CARACAS, Venezuela (AP) — Oscar Perez is a cop, pilot, action movie star and dog trainer. He’s now also a fugitive, accused of strafing two key Venezuelan government buildings from a helicopter in a quixotic attempt to set off a revolt against President Nicolas Maduro.

Authorities on Wednesday conducted a nationwide manhunt for Perez a day after the government charged that he stole the police chopper and directed grenades and gunfire against the Supreme Court and Interior Ministry in what Maduro called a “terrorist attack.”

No one was injured, and there was no sign of damage at the buildings. But the episode added another layer of intrigue to a 3-month-old political crisis that has left at least 75 people dead and hundreds more jailed or injured in clashes between security forces and protesters seeking Maduro’s removal.

Did Perez act alone? Are other military uprisings in the works? Or was it an elaborate ruse clumsily orchestrated by the government to distract public attention or justify a tougher crackdown on the opposition?

Julio Borges, president of the opposition-controlled National Assembly, expressed doubts about Maduro’s version of events but cautioned that he and the rest of the opposition were still analyzing what happened.

“There are people who say it was a government-staged hoax, others who say it was real,” Borges said in a radio interview. “Whatever it was, it all points in the same direction: That the situation in Venezuela is unsustainable.”

Little is known about Perez.

On his Instagram account, he notes his job as a police investigator and tactical helicopter pilot and says his passion is Venezuela.

In 2015, he starred in a film called “Suspended Death,” and several photos show him in fatigues, bearing assault rifles, skydiving and standing in action poses with a German shepherd by his side.

Actor Marcos Moreno, who starred alongside Perez in the film, told The Associated Press that like many young officers in Venezuela, Perez was unhappy with the country’s growing crisis. He described the police investigator as an honest man and expressed doubt about the suggestions that Perez was in cahoots with a government plot to divert attention from Venezuela’s problems.

“He just wanted to raise appreciation for police in society,” Moreno said.

Sometime Tuesday, Perez posted on his Instagram account a video in which he read a manifesto calling for rebellion. He claimed to speak on behalf of a coalition of renegade members of the security forces.

Eyewitness accounts say the helicopter had hanging from its side a large banner referring to article 350 of Venezuela’s constitution, which empowers Venezuelans to disobey any regime that violates human rights.

“We have two choices: be judged tomorrow by our conscience and the people or begin today to free ourselves from this corrupt government,” Perez said while reading from the manifesto in front of four figures dressed in fatigues and ski masks and carrying assault rifles.

The government accused Perez and others in the helicopter of firing 15 shots at the Interior Ministry as a reception was taking place for 80 people. It then flew a short distance to the court, which was in session, and dropped grenades, two of them against national guardsmen protecting the building.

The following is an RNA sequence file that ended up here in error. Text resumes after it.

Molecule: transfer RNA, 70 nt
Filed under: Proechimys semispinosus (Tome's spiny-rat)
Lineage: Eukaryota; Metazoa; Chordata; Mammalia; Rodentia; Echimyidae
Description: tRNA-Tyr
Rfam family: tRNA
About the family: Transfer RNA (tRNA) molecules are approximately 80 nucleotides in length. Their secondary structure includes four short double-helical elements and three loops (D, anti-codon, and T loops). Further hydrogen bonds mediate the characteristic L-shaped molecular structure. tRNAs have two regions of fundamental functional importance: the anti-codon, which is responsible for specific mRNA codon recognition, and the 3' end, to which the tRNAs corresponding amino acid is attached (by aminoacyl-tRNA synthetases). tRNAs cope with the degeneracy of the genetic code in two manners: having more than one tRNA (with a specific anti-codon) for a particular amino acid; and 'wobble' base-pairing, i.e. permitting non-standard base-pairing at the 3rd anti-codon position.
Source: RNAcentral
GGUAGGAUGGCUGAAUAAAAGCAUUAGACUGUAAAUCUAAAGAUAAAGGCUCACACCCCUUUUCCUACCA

The helicopter was later found near the coast in Vargas state not far from Caracas, and elite special forces were deployed there to press the hunt, Vice President Tareck El Aissami said.

Photos of the pilot standing in front of the U.S. Capitol in Washington and a U.S. Coast Guard helicopter were shown on state television to bolster the government’s case that he was taking instructions from the CIA and the U.S. Embassy.

“The magistrates of the Supreme Court and other judges of the nation are under a terrorist threat, for which we will request the appropriate measures to safeguard our integrity and that of our institutions,” the high court said in a statement read by Maikel Moreno, the tribunal’s president.

As the drama was unfolding outside the court, inside magistrates were issuing a number of rulings further blocking the opposition.

One broadened the powers of staunchly pro-government ombudsman Tarek William Saab, allowing him to carry out criminal investigations that are the exclusive prerogative of chief prosecutor Luisa Ortega Diaz, who recently has become a strong critic of Maduro.

A defiant Ortega accused Maduro of carrying out “state terrorism” and said she won’t recognize three new rulings she portrayed as a brazen attempt to eliminate her position as the country’s top law enforcement official.

“These rulings are giving the power to investigate human rights abuses to people who possibly are violating those rights,” she said in her strongest remarks since breaking with Maduro over a ruling stripping the opposition-controlled legislature of its last powers.

Hours later, the government-stacked Supreme Court announced it was barring Ortega from leaving the country and freezing her bank accounts in order to ensure a complaint filed by a socialist party lawmaker against her can proceed.

Pedro Carreno is accusing Ortega of acting as an opposition leader and neglecting her duties as chief prosecutor. He has also asked the court to disclose any findings from a medical team that will evaluate her “mental insanity.”